Cultural Object Online Descriptions / Susan Barrett

This study path guides the learner in evaluating how cultural objects are described online, and develop recommendations for their improvement based on evaluating and incorporating non-Western knowledge descriptions.

By Susan Barrett, Director of Library Repository Services and Technology, Arizona State University


Library, Archive, and Museum (LAM) professionals are frequently tasked with describing and sharing cultural materials on blogs, websites, or social media. The ability to evaluate and incorporate non-Western description is critical for research and scholarly inquiry about cultural objects. The learner will evaluate how cultural objects are described online, and make recommendations for improvement.

Prerequisite Knowledge

This hands-on activity is designed for information professionals with an interest in access, user experience and metadata. Previous coursework or knowledge of metadata schemas, web design or cataloging is helpful but not required.

Learning Objectives

At the end of this assignment, students will be able to:

  1. Articulate the needs and objectives for building relationships with creator communities to improve the care and description of cultural objects in a manner that preserves diverse “ways of knowing”.
  2. Define how online exhibit and access systems accomplish this goal.
  3. Describe improvements that would accomplish the goal of improving relationships and responsible knowledge curation.



Srinivasan, et al. assert that the representation of cultural objects held outside the creator community requires us to evaluate how description, retrieval and organization is organized and shared in online spaces.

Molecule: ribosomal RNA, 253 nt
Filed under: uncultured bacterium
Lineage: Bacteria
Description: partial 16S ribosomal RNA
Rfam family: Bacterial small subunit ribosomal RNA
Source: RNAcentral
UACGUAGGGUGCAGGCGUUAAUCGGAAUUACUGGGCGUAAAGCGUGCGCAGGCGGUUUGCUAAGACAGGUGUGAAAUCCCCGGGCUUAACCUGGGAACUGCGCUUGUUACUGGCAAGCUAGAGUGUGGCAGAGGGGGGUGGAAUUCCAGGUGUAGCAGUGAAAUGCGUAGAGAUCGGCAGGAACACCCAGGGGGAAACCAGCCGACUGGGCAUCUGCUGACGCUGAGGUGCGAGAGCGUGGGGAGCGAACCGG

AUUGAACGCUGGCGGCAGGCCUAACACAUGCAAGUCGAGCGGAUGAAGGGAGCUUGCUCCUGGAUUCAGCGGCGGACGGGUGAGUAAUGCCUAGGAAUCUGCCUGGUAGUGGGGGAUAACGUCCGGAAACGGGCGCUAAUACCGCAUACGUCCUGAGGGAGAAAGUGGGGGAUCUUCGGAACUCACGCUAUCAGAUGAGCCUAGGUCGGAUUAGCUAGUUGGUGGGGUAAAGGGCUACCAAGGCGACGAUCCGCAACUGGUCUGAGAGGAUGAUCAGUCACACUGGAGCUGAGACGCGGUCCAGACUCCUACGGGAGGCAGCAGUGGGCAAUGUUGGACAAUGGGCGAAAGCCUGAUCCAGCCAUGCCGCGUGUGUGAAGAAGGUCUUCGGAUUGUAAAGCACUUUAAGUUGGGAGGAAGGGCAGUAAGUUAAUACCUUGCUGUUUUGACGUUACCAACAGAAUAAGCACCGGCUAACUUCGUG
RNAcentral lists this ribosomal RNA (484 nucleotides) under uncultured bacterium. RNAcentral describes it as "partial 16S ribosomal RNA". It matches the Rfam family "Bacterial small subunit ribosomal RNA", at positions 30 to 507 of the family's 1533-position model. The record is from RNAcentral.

“…we assert that individuals within a given community attach different descriptions to shared phenomena, and they need to continue to describe the world differently. As each of us is a member of different communities, we each describe and classify our world using different concepts at different times and for different purposes…Not only are they useful but they are the ontological keys that unlock the doors to diverse, rich, and incommensurable knowledge communities to which the objects travel, or return, and within which they participate. They are not merely alternative translatable ways of expressing the same piece of knowledge but more accurately are diverse ‘‘ways of knowing’’ about the world that are necessary to organize, find, and use information.”

Srinivasan challenges us to think about how the knowledge system can present different and possibly conflicting traditions and perspectives.

Topics to consider:

  • Are digital objects described by a member of the creator community? How do you know?

  • Are digital objects described in more than one language? Is one of the languages that of the creator community?

  • Does the web interface provide clear identification of creator community knowledge?

For this assignment, you will:

  1. Complete the readings.
  2. Visit the online collections discussed in the readings.
  3. Evaluate how traditional knowledge or #ownvoice metadata about cultural objects is presented, organized, displayed and described, if at all, in the online platforms.
  4. Write a paper that includes:
    1. Your analysis of the readings.
    2. Recommendations about how to improve the online collection to meet the aspirations outlined in the readings.
  5. Alternative small group assignment:
    1. Small group readings discussion.
    2. A collaborative group session evaluating the online platforms.
    3. A presentation of the redesign ideas for improving the online platforms.



Cambridge University. 2018. “The Museum of Archaeology and Anthropology.” 2018.
Conaty, Gerald T., Carter, Beth. 2005. Our Story Our Words: Diversity and Equality in the Glenbow Museum, in Looking Reality in the Eye: Museums and Social Responsibility. Museums Association of Saskatchewan.
Glenbow. 2018. “Glenbow Museum Collections: Northwest Coast.” Glenbow. 2018.
Srinivasan, Ramesh, Katherine M. Becvar, Robin Boast, and Jim Enote. 2010. “Diverse Knowledges and Contact Zones within the Digital Museum.” Science, Technology, & Human Values 35 (5): 735–68.

Supplemental Readings

Christen, Kimberly. 2011. “Opening Archives: Respectful Repatriation.” The American Archivist 74 (1): 185–210.
Christen, Kimberly. 2015. “Tribal Archives, Traditional Knowledge, and Local Contexts: Why the ‘s’ Matters.” Journal of Western Archives 6 (1).

Exemplary Projects

Mukurtu Community

Related Study Paths

User Interfaces and Interactions

Testing Interfaces with Diverse Populations

Representation in User Design

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